Altensalzkoth is a village in the Lower Saxon town of Bergen in north Germany. It belongs to the parish of Eversen in the district of Celle on the Lüneburg Heath. It lies 13 km north of Celle on the Landesstraße L 240 and currently has 65 inhabitants.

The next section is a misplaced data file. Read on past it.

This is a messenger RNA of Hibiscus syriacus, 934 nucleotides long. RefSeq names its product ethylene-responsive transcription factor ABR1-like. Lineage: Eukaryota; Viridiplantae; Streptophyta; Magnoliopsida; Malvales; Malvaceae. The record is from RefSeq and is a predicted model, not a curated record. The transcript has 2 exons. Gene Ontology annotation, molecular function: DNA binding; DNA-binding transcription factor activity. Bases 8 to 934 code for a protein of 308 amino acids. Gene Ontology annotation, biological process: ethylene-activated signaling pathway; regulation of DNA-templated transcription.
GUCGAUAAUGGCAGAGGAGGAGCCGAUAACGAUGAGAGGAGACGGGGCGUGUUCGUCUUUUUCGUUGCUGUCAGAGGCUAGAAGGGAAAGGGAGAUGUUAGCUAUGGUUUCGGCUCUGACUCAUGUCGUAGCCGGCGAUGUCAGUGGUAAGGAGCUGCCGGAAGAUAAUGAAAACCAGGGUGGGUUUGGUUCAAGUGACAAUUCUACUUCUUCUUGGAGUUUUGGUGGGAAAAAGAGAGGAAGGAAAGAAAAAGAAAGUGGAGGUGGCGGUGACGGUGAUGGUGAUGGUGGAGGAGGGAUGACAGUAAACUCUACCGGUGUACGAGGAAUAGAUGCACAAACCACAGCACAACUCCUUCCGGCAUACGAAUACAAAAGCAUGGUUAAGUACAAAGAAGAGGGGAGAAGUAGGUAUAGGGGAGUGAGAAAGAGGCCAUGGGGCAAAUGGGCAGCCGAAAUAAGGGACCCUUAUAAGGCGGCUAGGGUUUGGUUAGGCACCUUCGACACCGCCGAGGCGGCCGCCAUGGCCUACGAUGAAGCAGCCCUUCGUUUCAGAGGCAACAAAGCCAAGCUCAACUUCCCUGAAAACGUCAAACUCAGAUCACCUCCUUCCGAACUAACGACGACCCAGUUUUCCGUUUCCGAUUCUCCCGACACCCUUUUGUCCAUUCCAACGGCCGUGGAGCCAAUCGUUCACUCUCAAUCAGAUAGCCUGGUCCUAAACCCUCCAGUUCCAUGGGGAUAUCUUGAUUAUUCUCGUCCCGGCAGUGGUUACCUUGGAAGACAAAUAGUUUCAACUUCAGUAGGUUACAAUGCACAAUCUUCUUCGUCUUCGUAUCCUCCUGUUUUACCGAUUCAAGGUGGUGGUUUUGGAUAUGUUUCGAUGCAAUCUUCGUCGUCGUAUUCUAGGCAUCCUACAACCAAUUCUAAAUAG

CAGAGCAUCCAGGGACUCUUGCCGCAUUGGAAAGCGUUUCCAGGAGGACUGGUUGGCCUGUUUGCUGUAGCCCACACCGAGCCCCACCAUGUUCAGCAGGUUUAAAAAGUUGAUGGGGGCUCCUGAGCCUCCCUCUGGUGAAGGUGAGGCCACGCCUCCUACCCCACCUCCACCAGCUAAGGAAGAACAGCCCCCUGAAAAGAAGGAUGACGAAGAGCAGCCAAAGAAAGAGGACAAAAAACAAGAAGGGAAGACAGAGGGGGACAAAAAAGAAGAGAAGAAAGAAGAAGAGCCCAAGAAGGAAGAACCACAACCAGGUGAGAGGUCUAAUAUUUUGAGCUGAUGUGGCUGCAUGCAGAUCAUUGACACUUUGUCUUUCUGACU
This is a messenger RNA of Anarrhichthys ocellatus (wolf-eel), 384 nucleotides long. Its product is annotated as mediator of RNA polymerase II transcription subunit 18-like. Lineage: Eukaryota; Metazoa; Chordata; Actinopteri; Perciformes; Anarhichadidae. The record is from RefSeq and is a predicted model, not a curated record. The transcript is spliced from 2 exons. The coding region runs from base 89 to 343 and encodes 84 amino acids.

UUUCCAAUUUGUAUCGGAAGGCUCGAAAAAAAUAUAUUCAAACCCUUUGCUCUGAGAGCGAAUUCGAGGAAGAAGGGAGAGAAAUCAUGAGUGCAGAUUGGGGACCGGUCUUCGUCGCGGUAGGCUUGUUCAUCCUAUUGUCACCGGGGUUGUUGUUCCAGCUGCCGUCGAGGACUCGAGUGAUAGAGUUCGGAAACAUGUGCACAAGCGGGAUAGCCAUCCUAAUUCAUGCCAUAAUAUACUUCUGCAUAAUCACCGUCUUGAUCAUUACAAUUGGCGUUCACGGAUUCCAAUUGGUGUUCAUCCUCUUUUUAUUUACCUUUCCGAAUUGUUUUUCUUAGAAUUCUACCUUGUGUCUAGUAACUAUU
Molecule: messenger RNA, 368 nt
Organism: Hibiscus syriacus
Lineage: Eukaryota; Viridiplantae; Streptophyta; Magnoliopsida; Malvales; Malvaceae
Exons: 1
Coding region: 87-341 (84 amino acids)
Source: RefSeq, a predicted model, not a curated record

The history of Altensalzkoth is closely bound to the saltworks in Sülze. When the moors in the vicinity of Sülze were exhausted, the boiling sites were moved initially to the Bornrieth Moor from 1673 to 1678. In 1719 the first discussions took place about moving the boiling sites again, because the Bornrieth Moor was also being exhausted. To achieve this the existing pipes to the moor from Lindhorst along the Örtze, were moved eastwards past Eversen to the Scheuer Bruch, south of Sülze, in the newly established village of Altensalzkoth. The survey staff charged with organising the move described this new site on their maps as Alte Salz kath, from which the present name of the village was later derived. In 1723 the new wooden pipes were finished. From 1725 brine was boiled in the salt huts of Altensalzkoth. Due to the increasing difficulty of transporting Sülze brine due to the long road, in 1793 the boiling sites started to move back to Sülze. A large number of those working in the saltworks left Altensalzkoth as a result. For those remaining behind a long battle began over the division of land in order to secure their livelihood from farming. Years later this was resolved by giving the settlers three acres of pasture and six acres of farmland each. Although this division of land enabled them to eke out a basic existence, the inhabitants also developed secondary occupations. Barrel-making gained an importance at this time. Many household objects were made from the wood of local trees and sold at the markets in Celle and Hermannsburg.
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